Did you know that nobody knows how long lobsters can live? Nobody knows how big they can grow, either. They moult their shell every year, bursting out larger than before. There’s a picture in the book of the biggest one ever found. It’s mounted on a wall in some museum, with a normal lobster next to it for scale. Like a monster, it is. Ten times the size. Could take your arm off. I often think about that lobster. Lying in the dark, cold ocean for fifty years. My whole life. They don’t age like people do. It could have lived down there forever if we hadn’t gone looking for it.
I found Clancey’s sons swimming in the hole one day, but I didn’t say anything about anything. What’s the harm in a few old pig bones? I’d drink that water myself. It was late evening, I was taking a walk after milking. Nearly dark at nine o’ clock. That’s how you know summer’s ending. One of the dogs stood at the edge of the black lake and barked and barked at the two of them splashing. ‘It’s deep!’ was all I shouted. ‘I hope ye can mind yourselves.’ They upped and waved, and I stood waiting until they came out of the water. As they were drying I showed the younger lad a fat crayfish at the edge of the shore. He didn’t like that at all. Went pale as a ghost. ‘It’s only a little lobster,’ I said. He pulled back, drawing his towel around him like a cape.
It was the third autumn, I suppose, when I first noticed movement in the water. I had climbed down from the van after pushing the pile of leftovers over the edge, and stood at the lip of the lake, watching it disappear into the murk. The gristle sinking slowly out of sight. I once took four bamboo rods out of my father’s barn—now mine—and lashed them together. Twenty-five foot, maybe. I couldn’t feel the bottom. The bones dropped away into the black and something moved beneath them. Something shifted in the darkness. A curved shape. A huge shape. Was it red? Green? It was then I noticed the pinkeens were all gone.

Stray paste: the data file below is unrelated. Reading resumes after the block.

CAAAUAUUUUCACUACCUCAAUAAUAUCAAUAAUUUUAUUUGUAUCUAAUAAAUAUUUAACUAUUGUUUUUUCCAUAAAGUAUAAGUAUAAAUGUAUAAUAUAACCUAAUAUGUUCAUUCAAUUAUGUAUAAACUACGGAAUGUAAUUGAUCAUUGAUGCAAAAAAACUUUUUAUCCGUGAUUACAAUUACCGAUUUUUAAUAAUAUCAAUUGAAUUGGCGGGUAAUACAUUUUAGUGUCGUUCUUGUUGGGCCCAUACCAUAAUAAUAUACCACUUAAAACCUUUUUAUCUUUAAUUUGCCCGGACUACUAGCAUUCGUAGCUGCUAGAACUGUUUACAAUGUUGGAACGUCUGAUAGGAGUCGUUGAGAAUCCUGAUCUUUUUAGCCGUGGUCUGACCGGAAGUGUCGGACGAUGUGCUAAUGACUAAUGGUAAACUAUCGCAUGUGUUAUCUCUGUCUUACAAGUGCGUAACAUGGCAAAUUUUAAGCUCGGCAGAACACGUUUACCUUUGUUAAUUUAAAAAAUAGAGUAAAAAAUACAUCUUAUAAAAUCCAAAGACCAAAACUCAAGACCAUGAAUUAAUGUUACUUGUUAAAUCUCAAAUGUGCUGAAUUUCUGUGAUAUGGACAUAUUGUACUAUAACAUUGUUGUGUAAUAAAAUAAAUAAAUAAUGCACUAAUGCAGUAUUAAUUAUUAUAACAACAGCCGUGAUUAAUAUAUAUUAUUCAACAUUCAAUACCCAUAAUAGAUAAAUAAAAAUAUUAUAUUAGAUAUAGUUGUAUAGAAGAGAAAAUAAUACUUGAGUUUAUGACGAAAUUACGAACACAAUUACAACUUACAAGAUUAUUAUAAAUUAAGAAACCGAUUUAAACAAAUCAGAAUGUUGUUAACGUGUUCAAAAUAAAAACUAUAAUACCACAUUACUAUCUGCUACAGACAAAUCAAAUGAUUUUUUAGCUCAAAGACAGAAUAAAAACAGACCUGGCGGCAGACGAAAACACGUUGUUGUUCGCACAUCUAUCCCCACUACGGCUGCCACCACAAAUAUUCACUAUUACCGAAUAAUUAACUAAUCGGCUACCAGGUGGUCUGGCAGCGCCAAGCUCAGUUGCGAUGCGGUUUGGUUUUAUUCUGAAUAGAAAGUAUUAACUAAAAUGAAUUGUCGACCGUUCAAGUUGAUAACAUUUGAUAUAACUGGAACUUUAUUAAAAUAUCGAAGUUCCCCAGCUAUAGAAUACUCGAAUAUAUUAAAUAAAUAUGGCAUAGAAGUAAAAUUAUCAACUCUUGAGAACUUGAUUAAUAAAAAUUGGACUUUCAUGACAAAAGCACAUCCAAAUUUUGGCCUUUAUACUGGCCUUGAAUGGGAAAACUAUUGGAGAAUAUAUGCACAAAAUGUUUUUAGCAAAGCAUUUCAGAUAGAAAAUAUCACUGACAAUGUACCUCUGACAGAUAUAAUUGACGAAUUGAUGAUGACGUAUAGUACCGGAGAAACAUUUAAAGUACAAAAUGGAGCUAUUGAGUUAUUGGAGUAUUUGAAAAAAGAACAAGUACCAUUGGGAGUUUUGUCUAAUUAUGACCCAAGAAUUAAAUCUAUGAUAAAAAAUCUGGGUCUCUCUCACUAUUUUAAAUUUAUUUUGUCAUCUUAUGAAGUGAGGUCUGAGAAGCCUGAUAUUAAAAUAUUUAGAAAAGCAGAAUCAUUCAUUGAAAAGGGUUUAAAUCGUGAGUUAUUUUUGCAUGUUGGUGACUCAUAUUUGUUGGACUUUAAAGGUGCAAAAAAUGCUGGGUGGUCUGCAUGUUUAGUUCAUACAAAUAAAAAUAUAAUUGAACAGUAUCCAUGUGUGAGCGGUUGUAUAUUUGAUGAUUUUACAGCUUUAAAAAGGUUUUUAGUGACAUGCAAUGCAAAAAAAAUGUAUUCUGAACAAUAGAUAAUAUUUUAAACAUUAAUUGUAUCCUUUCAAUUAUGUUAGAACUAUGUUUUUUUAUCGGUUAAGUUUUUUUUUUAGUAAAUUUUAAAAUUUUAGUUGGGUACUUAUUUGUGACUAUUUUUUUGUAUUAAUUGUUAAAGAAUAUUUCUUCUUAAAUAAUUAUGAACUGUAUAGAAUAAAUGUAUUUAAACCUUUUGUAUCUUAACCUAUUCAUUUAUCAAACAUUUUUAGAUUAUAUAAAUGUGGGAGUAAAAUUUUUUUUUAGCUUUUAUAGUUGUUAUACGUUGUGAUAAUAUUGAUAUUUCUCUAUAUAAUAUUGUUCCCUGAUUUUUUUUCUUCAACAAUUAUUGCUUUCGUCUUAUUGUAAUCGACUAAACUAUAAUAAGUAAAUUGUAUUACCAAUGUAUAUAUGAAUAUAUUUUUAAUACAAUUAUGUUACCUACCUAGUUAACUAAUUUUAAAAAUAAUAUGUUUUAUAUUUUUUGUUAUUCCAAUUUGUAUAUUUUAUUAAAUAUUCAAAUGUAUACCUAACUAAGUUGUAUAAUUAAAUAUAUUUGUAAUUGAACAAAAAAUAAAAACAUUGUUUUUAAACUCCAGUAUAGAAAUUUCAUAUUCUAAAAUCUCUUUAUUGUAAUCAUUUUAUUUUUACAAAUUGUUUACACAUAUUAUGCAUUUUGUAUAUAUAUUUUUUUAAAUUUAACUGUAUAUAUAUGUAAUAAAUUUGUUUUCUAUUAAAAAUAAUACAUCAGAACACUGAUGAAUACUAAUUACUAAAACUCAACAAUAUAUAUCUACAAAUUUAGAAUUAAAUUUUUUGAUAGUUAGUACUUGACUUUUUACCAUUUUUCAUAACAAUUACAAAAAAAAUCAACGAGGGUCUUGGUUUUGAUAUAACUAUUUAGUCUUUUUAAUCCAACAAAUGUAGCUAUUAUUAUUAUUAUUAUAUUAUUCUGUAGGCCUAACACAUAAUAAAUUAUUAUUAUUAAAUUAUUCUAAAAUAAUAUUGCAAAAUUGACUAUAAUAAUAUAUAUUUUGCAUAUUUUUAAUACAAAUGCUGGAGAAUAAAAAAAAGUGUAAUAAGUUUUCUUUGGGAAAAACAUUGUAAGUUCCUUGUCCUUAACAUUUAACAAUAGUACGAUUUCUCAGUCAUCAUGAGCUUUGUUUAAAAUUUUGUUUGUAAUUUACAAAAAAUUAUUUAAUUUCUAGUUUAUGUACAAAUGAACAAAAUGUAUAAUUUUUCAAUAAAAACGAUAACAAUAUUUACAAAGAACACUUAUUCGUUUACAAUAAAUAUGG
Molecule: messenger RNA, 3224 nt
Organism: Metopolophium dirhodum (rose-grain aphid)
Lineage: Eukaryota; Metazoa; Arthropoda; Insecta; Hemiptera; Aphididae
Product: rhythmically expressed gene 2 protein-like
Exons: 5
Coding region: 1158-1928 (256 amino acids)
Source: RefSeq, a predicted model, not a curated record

Maybe it’s the fridge downstairs? When the noise first began in late summer, I originally thought it was coming from the gas boiler in the outhouse. Took it half to pieces and put it back together again before giving up. But I know it’s not the boiler. It’s not the fridge. Mary can’t hear it but it’s not Mary it’s calling to.